Publication date: 
February 1, 2012

Despite assumptions that mainly young children die from the disease, 42% of 1.2 million deaths occur in older children and adults. Anti-malaria drugs and insecticide-treated bed nets drive mortality down.

February 2, 2012 – Malaria is killing more people worldwide than previously thought, but the number of deaths has fallen rapidly as efforts to combat the disease have ramped up, according to new research from the Institute for Health Metrics and Evaluation (IHME) at the University of Washington.
More than 1.2 million people died from malaria worldwide in 2010, twice the number found in the most recent comprehensive study of the disease. IHME researchers say that deaths from malaria have been missed by previous studies because of the assumption that the disease mainly kills children under 5. IHME found that more than 78,000 children aged 5 to 14 and more than 445,000 people aged 15 and older died from malaria in 2010, meaning that 42% of all malaria deaths were in people aged 5 and older. 
“You learn in medical school that people exposed to malaria as children develop immunity and rarely die from malaria as adults,” said Dr. Christopher Murray, IHME Director and the study’s lead author. “What we have found in hospital records, death records, surveys, and other sources shows that just is not the case.”
The study also found that while the overall number of malaria deaths is higher than earlier reports, the trend in malaria deaths followed a similar downward pattern. Starting in 1985, malaria deaths grew every year before peaking in 2004 at 1.8 million deaths worldwide. Since then, the number of deaths fell annually, and between 2007 and 2010, the decline in deaths was more than 7% each year. 
The new findings are being published today in The Lancet in "Global malaria mortality between 1980 and 2010: a systematic analysis." The work is part of the Global Burden of Diseases, Injuries, and Risk Factors 2010 Study. Other research from this study, global trends in child mortality, maternal mortality, breast cancer, and cervical cancer, were released last year, and more trends will be released in the coming months.
Researchers say the biggest drivers of the decline in malaria deaths have been the scale-up of insecticide-treated bed nets and artemisinin-combination treatments (ACTs). This has been accomplished through the advent of the Global Fund to Fight AIDS, Tuberculosis and Malaria in 2001 and the creation of organizations focused on fighting malaria, such as the World Health Organization’s Roll Back Malaria, Malaria No More, and Nothing But Nets. Overall funding for malaria efforts grew from less than $0.25 billion annually in 2001 to more than $2 billion in 2009, according to IHME’s latest estimates. IHME reported in September 2011 that homes owning at least one bed net were associated with a 23% reduction in child mortality.
“We have seen a huge increase both in funding and in policy attention given to malaria over the past decade, and it’s having a real impact,” said Dr. Alan Lopez, Head of the School of Population Health at the University of Queensland and one of the study’s co-authors. “Reliably demonstrating just how big an impact is important to drive further investments in malaria control programs. This makes it even more critical for us to generate accurate estimates for all deaths, not just in young children and not just in sub-Saharan Africa.”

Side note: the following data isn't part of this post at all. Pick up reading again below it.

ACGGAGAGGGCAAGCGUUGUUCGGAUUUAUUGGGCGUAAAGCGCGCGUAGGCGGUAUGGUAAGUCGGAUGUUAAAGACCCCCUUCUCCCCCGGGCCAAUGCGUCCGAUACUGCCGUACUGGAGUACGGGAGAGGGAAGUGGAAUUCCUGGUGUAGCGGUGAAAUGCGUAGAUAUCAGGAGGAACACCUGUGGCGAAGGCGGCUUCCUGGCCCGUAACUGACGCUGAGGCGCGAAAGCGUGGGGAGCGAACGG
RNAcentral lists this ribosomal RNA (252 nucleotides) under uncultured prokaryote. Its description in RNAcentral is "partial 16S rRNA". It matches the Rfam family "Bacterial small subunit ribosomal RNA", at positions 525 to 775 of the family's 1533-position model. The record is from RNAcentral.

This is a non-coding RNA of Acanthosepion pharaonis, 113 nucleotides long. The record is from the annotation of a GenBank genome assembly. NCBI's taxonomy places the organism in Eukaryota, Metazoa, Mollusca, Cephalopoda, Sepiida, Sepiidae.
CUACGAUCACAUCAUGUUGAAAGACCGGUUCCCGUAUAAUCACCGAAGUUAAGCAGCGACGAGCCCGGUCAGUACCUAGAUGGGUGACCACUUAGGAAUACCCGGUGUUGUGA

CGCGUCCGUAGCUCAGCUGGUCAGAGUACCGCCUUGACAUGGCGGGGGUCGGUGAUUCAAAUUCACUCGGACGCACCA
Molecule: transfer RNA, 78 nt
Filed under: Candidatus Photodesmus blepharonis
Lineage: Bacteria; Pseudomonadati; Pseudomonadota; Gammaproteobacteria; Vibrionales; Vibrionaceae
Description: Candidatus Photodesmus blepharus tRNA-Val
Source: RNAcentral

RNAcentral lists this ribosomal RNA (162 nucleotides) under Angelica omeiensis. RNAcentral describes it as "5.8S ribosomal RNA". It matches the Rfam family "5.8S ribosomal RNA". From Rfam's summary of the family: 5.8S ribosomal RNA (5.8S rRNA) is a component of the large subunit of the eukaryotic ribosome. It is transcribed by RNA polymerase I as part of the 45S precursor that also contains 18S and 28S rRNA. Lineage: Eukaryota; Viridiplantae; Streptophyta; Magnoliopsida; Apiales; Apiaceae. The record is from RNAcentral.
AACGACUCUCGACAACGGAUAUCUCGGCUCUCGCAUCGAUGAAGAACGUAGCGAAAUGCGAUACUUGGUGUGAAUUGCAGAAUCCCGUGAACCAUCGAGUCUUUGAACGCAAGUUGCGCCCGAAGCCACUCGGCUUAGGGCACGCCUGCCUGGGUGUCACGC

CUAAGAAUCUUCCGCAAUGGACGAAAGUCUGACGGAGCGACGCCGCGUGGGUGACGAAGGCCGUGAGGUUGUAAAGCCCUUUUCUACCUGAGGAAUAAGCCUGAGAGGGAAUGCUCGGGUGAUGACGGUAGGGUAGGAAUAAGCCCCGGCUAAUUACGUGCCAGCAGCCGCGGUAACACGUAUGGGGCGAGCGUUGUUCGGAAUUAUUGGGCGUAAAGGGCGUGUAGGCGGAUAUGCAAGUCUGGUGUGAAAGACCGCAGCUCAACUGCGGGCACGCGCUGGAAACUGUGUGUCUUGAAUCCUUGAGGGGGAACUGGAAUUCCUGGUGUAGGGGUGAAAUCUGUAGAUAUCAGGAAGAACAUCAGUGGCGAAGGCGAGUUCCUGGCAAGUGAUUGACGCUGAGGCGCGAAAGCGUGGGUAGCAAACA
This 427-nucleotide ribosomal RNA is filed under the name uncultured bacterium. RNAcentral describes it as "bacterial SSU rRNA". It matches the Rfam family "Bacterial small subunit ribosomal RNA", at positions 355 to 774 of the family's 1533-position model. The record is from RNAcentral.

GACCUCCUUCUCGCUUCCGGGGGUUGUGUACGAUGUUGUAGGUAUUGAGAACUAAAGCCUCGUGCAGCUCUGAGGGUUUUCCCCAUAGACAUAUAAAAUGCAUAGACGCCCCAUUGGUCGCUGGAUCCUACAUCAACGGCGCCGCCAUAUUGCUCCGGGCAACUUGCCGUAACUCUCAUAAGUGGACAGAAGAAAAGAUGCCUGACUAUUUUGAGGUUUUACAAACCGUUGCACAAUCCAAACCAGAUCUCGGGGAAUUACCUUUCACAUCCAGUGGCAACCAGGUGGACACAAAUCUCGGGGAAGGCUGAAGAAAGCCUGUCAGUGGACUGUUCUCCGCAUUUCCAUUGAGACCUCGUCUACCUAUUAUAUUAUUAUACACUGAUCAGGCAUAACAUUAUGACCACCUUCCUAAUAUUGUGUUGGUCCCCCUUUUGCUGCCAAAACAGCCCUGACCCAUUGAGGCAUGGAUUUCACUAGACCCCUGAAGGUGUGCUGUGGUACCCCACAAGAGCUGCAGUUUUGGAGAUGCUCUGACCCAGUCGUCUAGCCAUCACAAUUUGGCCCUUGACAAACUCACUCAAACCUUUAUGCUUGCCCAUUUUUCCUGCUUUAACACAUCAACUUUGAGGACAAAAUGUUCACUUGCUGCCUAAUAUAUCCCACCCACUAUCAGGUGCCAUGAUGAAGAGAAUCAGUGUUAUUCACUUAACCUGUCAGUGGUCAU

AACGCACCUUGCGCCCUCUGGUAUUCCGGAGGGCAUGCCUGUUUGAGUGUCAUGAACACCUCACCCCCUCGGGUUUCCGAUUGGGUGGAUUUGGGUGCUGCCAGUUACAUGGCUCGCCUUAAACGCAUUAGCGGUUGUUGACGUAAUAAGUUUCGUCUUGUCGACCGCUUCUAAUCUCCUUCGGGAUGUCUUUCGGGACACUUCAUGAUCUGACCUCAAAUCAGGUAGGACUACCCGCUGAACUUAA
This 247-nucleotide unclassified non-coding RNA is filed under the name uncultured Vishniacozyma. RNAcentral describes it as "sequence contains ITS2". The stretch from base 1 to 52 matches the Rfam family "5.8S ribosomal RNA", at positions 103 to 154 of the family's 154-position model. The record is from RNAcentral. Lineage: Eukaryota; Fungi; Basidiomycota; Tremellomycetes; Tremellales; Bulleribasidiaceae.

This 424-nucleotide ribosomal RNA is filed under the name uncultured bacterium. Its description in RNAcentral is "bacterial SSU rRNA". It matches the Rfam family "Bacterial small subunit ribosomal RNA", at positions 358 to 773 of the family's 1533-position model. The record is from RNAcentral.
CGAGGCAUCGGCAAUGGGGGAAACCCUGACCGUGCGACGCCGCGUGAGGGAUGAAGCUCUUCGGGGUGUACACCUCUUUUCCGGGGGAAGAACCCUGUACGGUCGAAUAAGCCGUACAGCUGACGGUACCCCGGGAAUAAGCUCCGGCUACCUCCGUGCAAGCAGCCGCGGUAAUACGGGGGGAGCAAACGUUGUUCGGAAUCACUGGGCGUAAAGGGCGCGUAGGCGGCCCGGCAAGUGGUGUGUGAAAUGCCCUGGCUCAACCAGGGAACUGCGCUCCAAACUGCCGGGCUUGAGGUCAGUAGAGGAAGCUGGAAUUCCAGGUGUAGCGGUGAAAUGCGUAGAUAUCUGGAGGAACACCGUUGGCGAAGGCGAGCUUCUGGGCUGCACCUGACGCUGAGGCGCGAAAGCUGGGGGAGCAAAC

One of the most important factors in identifying the new malaria estimates was the use of verbal autopsy data. In a verbal autopsy, researchers interview the relatives of someone who has recently died to identify the cause of death. IHME and collaborators around the world published a series of articles in a special edition of Population Health Metrics in August 2011 focused on advancing the science of verbal autopsy. Verbal autopsy data were especially important in India, where malaria deaths have been vastly undercounted in both children and adults. IHME found that more than 37,000 people over the age of 15 in India died from malaria in 2010, and the chances of someone dying from malaria in India have fallen rapidly since 1980.
Progress in fighting malaria can be seen everywhere. Countries such as Zambia and Tanzania saw malaria deaths fall by more than 30% between 2004 and 2010. The progress being seen in Africa is especially significant, given that malaria deaths there accounted for a quarter of all deaths in children under 5 in 2010.
But the researchers warn that those gains could be reversed if global economic troubles continue to stifle funding efforts. IHME reported in December that growth in development assistance for health slowed greatly between 2009 and 2011. The announcement by the Global Fund in November that it would cancel its next round of funding casts a cloud over the future of malaria programs, the researchers say.
“If the Global Fund is weakened, the world could lose 40% of all the funding dedicated to fighting malaria,” said Dr. Stephen Lim, Associate Professor of Global Health at IHME and a co-author on the study. “That kind of loss of funding poses a definite threat to the health of people in countries with a high malaria burden, which in many cases are some of the poorest countries in the world. We need to think of ways to fill funding deficits in order to ensure continued progress on malaria mortality.”
The Institute for Health Metrics and Evaluation (IHME) is an independent global health research center at the University of Washington that provides rigorous and comparable measurement of the world's most important health problems and evaluates the strategies used to address them. IHME makes this information freely available so that policymakers have the evidence they need to make informed decisions about how to allocate resources to best improve population health.
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